I am an Associate Research Scientist in the Department of Astronomy at the University of Maryland, and work primarily at NASA Goddard Space Flight Center in the Astrophysics Science Division.
My research interests lie in the field of time domain astronomy, and include the study of gamma-ray bursts (GRBs) and exotic transients such as kilonovae and tidal disruption events. In my career I worked on a variety of different aspects of the GRB phenomenon, although my primary focus is the connection between short duration GRBs, neutron star mergers, and gravitational wave sources.
My main interest is to investigate the observational signatures of compact binary mergers, that is, binary systems composed by either two neutron stars (NS-NS) or a neutron star and a black hole (NS-BH) which slowly spiral into each other and eventually collide due to energy losses to gravitational radiation. Compact binary mergers lie at the intersection of several key aspects of modern astrophysics:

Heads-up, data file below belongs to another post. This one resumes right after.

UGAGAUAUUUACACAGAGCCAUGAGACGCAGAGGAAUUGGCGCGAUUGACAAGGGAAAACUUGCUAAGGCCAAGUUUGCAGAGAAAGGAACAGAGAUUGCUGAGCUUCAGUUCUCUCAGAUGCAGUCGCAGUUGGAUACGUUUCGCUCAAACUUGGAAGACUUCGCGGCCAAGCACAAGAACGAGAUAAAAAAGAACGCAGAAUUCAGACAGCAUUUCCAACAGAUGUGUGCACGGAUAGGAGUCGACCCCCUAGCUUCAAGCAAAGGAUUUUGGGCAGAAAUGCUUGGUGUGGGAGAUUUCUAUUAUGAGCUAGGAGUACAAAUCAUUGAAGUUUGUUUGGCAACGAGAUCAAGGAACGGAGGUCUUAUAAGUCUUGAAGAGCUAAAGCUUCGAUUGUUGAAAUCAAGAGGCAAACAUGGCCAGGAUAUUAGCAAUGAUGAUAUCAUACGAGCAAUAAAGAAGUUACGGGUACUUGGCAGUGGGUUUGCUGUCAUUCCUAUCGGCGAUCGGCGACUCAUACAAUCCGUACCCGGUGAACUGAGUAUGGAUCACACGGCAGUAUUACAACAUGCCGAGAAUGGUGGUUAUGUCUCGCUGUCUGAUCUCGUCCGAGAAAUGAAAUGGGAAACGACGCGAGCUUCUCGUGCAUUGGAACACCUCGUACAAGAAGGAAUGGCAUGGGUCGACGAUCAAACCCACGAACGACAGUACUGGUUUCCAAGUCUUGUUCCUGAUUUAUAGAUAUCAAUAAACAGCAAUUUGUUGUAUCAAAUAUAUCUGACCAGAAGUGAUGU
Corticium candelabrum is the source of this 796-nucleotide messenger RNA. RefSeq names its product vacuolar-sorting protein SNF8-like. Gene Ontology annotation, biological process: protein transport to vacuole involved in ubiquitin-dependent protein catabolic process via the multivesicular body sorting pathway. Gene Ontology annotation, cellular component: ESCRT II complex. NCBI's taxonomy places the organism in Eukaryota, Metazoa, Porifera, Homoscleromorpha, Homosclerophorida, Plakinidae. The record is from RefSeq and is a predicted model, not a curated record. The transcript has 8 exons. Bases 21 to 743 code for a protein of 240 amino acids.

- they are the most likely cause of short duration gamma-ray bursts;
- they are strong sources of gravitational wave radiation, and prime candidates for direct detection with advanced LIGO and Virgo;
- they are the most promising r-process sites for the formation of all the heavy elements (i.e. gold, platinum, uranium, …) found on Earth.
These three fundamental areas of investigation are at the core of my research.